MRI illustrating pertinent findings during the attack of headache and right homonymous hemianopsia (A and B) and at 2-week follow-up (C and D)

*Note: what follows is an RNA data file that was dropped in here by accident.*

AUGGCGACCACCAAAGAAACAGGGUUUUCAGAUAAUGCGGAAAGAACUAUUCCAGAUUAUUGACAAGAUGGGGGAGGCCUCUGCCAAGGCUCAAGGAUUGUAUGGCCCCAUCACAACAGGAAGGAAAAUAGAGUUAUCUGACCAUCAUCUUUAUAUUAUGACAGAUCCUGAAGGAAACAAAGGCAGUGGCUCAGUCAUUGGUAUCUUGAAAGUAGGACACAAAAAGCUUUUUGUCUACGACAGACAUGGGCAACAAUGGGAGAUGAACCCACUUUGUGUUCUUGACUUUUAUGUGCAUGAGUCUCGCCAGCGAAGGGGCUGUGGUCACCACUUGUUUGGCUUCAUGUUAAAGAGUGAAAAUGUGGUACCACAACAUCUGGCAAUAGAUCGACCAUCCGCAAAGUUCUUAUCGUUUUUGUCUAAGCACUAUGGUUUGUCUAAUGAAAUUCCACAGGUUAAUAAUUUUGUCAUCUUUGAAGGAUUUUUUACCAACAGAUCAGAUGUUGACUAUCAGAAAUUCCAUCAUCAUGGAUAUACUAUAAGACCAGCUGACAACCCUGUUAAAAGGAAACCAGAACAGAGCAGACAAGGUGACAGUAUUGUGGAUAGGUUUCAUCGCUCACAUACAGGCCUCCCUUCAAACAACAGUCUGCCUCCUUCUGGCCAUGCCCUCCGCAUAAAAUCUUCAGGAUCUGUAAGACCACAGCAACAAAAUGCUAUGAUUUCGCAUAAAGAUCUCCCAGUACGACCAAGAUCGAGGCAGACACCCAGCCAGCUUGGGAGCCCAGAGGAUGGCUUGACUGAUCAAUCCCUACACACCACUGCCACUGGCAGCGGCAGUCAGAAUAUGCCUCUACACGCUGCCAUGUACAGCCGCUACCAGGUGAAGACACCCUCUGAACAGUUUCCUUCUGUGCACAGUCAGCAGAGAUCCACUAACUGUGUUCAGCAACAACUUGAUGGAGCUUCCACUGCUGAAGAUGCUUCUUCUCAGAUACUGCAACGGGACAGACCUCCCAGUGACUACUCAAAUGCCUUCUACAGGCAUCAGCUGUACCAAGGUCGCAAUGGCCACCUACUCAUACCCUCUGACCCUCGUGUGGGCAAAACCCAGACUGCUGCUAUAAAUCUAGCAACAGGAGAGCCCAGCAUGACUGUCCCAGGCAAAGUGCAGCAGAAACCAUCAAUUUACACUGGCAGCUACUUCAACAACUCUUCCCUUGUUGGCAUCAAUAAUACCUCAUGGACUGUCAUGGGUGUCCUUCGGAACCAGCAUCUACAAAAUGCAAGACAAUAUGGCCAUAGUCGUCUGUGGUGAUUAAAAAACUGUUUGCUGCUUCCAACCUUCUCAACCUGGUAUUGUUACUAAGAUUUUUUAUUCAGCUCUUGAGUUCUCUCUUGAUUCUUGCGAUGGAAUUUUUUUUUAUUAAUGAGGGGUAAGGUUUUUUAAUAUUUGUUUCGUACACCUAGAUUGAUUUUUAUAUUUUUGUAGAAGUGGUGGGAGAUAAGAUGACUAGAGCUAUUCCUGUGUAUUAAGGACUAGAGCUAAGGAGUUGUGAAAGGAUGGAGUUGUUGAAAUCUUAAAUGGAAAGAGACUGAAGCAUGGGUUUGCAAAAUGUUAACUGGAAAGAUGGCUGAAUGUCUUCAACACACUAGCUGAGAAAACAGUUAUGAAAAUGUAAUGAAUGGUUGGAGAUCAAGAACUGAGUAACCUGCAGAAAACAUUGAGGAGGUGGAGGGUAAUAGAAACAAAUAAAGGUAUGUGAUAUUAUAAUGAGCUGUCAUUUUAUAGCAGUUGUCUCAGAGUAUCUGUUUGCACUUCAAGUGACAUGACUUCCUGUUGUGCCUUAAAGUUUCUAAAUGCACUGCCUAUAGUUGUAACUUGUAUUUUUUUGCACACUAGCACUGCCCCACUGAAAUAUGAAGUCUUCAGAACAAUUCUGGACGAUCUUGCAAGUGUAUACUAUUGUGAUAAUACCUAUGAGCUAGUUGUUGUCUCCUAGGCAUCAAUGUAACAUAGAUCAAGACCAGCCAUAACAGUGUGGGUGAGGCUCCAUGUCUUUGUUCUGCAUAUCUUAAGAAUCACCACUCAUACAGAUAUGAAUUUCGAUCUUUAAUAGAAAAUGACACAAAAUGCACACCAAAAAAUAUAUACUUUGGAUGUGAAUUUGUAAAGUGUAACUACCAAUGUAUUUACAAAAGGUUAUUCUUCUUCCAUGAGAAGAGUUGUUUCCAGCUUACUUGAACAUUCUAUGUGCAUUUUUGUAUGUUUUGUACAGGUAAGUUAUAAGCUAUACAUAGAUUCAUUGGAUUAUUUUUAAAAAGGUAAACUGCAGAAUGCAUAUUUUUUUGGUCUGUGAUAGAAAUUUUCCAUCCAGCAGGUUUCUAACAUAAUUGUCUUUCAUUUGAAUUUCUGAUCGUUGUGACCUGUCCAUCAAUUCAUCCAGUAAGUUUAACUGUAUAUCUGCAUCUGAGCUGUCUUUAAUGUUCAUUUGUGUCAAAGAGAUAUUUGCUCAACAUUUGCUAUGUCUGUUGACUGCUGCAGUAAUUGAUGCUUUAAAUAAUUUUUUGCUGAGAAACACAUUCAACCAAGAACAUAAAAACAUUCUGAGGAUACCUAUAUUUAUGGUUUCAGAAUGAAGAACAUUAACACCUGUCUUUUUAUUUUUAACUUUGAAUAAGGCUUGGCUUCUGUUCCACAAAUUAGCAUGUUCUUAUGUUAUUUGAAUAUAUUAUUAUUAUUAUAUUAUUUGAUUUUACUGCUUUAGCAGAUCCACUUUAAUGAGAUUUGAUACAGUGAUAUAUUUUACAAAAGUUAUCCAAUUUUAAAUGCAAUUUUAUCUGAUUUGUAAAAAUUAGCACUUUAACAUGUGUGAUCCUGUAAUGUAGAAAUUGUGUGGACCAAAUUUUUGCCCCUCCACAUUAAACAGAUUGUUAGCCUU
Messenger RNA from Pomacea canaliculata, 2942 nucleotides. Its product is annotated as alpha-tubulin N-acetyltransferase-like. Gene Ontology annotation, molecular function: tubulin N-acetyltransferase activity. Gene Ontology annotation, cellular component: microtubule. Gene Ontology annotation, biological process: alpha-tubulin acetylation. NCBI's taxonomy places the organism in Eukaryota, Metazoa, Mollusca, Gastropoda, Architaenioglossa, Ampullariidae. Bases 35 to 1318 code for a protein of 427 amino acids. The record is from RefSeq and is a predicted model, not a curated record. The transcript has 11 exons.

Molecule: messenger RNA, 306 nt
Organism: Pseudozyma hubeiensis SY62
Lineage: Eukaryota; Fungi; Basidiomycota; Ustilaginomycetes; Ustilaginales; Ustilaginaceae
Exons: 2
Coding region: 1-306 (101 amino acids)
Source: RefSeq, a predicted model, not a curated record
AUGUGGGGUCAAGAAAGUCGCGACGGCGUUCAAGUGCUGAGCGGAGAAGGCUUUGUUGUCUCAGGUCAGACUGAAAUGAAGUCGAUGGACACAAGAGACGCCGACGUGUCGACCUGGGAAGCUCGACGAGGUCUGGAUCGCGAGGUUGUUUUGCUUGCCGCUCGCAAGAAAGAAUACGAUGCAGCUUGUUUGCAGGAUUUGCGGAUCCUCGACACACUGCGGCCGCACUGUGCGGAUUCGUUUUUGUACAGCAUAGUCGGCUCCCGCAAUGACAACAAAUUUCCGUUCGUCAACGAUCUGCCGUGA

The baseline MRI is done at 1.5 T and the follow-up MRI at 3 T. (A) At 150 minutes after symptom onset, axial isotropic diffusion-weighted imaging (b = 1,000 s/mm2) (a) is normal without ischemic injury. The circle of Willis on the time-of-flight magnetic resonance angiogram (MRA) (b) 155 minutes after symptom onset is also normal with symmetric arterial calibers. Axial fluid-attenuated inversion recovery (FLAIR) sequence at 170 minutes (c) is also normal. At 205 minutes, the T1 postcontrast “equilibrium” sequence (d) shows pial vessels dilatation (arrow), overlying the left occipital area. (B) Perfusion images at 210 minutes after symptom onset show symmetric relative cerebral blood volume (rCBV) map (a) and relative cerebral blood flow (rCBF) map (b) through the occipital lobes. The mean transit time (MTT) map (c) and the maximal time to peak of the residue function (Tmax) map (d) show mild delay in contrast arrival time in the left occipital pole. Using the RAPID automated software, the post-processed thresholded and segmented Tmax map (e) highlights 9.5 mL of tissue in blue with Tmax >4 seconds, indicating mild tissue hypoperfusion (benign oligemia). Only scattered and patchy areas within the area of mild hypoperfusion have a Tmax ≥6 seconds (currently accepted threshold2,7 for significant tissue ischemia) on the Tmax map (d) and these represented less than 3 mL of volume per RAPID (e). This pattern of normal rCBV, rCBF, mildly prolonged MTT and Tmax indicates only mild hypoperfusion without risk of progressing to infarction.2,7 Similar perfusion changes were seen in 3 additional contiguous slices through the left occipital pole. (C) Follow-up MRI at day 12 shows a normal axial isotropic diffusion-weighted imaging (b = 1,000 s/mm2) (a), normal time-of-flight MRA (b), and normal axial FLAIR (c), without any resultant tissue injury. The improved conspicuity of arteries on this MRA is due to higher magnet strength (3T). The T1 postcontrast sequence (d) shows complete resolution of the prior pial vasodilation. (D) On perfusion imaging, the rCBV (a) and rCBF (b) maps continue to be normal. MTT (c), Tmax (d), and RAPID (e) maps show complete resolution of the left occipital hypoperfusion.

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